This year’s NSCA Business and Leadership Conference in Tampa, Fla., featured a number of great leaders hoping to provide wisdom, resources and guidance to an optimistic audience.
We return this week to our own businesses with newfound insight on the industry, our employees and ourselves.
One speaker in particular, Liz Wiseman, turned the magnifying glass around, so to speak, to help attendees take a closer look at themselves as leaders. Wiseman is president and founder of the Wiseman Group and an author of many books on leadership including Rookie Smarts: Why Learning Beats Knowing in the New Game of Work, which was available to BLC attendees courtesy of conference sponsors.
Within her seminar on how the best leaders encourage and even amplify the intelligence in others, Wiseman outlined six tendencies of leaders who may be trying to inspire others, but end up accidentally hindering teamwork and ideas.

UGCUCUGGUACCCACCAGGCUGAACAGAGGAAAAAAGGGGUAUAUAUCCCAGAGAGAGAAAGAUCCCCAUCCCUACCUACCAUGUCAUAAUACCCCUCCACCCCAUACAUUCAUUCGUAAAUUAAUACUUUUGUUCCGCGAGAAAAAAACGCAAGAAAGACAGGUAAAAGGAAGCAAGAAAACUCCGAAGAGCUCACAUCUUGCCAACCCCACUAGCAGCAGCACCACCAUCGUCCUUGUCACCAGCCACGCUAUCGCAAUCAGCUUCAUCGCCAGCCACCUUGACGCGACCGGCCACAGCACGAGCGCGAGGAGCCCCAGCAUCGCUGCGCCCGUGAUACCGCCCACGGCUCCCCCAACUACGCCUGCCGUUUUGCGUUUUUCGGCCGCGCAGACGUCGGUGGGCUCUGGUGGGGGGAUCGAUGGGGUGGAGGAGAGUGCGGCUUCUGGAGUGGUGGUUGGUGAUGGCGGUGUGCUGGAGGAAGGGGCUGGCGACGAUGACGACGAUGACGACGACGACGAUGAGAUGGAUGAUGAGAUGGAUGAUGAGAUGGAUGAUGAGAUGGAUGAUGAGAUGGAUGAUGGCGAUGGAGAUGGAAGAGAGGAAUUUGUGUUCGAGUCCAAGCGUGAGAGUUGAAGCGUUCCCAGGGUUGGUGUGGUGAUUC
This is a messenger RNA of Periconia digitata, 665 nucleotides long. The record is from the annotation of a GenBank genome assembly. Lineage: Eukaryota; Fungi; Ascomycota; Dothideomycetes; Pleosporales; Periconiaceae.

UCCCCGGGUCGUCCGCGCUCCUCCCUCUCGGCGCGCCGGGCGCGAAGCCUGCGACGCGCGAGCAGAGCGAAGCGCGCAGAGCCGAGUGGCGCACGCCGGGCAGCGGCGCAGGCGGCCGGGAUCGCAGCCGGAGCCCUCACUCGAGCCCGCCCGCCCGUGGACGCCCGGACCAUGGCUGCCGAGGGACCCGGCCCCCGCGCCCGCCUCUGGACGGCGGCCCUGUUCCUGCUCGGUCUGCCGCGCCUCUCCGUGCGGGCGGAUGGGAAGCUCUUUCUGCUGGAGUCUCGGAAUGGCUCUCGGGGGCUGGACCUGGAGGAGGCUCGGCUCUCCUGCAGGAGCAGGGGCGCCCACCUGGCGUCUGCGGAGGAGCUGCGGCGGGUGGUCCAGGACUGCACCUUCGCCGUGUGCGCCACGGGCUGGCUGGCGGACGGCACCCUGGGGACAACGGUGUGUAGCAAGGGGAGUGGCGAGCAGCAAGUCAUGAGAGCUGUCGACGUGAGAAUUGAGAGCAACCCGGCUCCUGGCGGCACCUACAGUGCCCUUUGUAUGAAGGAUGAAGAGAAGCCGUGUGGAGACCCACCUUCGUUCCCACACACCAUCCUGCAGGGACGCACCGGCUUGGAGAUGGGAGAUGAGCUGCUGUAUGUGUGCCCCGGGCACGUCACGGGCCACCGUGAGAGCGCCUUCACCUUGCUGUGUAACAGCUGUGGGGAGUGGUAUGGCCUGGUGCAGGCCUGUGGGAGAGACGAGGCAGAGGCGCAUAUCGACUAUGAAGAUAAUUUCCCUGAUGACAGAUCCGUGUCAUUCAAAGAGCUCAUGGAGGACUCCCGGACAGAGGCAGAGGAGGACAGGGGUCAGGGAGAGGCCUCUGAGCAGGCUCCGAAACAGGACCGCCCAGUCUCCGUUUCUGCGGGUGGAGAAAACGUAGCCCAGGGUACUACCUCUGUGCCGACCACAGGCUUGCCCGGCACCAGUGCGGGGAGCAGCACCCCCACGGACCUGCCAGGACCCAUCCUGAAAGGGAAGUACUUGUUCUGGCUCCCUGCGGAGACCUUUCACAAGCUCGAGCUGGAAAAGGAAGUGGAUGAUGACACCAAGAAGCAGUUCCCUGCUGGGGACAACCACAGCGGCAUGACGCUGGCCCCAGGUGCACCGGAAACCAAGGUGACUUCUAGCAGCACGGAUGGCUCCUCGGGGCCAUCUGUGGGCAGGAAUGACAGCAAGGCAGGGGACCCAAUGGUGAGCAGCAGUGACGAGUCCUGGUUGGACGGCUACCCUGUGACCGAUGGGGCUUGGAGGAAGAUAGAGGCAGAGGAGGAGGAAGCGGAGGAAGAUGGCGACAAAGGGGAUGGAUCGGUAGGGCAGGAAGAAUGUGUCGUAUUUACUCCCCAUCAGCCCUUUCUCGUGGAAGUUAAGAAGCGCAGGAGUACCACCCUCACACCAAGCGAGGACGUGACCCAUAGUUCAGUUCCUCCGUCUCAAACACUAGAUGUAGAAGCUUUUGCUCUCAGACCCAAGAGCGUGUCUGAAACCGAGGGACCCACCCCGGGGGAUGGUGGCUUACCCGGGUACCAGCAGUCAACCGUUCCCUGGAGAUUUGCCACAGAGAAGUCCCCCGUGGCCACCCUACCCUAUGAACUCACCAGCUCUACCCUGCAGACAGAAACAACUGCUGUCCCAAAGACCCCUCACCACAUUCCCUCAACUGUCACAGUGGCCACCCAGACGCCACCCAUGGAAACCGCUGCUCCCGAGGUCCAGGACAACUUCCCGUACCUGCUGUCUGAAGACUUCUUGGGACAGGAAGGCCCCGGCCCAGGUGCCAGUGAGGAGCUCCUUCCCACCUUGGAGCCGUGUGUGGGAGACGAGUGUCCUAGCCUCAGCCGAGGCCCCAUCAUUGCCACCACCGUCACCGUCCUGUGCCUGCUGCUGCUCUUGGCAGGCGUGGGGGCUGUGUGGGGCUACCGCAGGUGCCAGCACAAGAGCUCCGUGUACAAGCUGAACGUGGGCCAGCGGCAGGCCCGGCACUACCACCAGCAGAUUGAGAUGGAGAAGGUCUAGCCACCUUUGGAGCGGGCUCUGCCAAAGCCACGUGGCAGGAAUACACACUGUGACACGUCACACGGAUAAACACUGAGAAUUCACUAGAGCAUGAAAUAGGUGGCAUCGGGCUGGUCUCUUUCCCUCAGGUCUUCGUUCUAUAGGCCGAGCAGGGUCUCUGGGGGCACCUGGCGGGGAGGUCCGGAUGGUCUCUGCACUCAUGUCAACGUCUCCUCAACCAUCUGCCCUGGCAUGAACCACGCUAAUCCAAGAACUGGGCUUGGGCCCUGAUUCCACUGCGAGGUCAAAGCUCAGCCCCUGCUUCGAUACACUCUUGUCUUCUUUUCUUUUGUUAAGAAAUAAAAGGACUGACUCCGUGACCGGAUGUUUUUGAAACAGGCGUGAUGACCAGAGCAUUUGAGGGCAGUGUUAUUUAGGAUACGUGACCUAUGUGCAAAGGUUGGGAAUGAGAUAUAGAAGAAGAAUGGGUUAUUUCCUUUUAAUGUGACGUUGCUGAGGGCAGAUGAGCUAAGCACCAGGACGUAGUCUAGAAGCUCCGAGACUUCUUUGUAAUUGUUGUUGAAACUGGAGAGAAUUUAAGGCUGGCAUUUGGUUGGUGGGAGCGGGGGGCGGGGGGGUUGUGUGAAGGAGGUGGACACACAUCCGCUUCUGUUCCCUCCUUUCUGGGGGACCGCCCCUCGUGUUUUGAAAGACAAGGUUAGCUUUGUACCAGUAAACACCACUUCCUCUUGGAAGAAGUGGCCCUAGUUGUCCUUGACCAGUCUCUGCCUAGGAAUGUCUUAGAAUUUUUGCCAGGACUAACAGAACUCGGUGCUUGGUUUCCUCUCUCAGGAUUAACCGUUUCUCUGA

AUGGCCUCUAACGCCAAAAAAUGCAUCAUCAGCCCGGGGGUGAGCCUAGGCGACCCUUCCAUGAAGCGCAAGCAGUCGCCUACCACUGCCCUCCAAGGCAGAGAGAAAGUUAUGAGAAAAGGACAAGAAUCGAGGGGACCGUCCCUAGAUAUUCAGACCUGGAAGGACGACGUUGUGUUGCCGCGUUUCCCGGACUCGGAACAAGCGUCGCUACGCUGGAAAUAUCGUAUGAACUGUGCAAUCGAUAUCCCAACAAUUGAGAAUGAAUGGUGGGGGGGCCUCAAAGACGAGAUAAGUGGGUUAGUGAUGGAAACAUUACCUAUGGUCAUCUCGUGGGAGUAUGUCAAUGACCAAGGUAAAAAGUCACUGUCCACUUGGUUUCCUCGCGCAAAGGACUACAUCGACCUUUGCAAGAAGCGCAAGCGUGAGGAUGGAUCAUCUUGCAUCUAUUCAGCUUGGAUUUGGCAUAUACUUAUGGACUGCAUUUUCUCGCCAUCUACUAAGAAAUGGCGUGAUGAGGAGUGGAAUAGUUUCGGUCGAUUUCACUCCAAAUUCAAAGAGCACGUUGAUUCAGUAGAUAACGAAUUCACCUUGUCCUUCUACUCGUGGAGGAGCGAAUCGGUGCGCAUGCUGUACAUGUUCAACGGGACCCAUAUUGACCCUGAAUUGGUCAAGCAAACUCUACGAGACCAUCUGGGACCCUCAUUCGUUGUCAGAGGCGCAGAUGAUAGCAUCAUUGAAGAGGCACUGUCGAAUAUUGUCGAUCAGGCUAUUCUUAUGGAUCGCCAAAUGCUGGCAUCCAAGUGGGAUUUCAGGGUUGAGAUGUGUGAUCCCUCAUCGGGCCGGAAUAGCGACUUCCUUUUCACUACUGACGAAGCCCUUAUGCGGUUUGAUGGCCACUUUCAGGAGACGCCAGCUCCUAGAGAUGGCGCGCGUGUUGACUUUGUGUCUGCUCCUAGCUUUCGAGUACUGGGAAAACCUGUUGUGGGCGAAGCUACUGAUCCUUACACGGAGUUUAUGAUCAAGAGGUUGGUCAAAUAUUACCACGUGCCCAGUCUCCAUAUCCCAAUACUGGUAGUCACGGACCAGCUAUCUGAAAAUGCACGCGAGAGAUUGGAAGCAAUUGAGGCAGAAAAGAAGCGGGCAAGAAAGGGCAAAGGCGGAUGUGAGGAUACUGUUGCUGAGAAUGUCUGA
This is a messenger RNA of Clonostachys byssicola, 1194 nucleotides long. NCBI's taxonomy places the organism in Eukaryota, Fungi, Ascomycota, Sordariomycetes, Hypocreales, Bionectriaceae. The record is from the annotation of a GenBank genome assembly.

Wiseman calls these people “Accidental Diminishers,” as opposed to a “Multiplier” who is able to multiply the intelligence and ability of their employees.
“The logic of these accidental diminishers is, ‘People can’t figure it out without me,’” says Wiseman. “They are not bad people. They are trying to help. But sometimes these behaviors can actually inhibit the progress they are trying to achieve.”
If you find one of these actions a little too familiar, it might be time to try one of the following simple workarounds or experiments within your organization.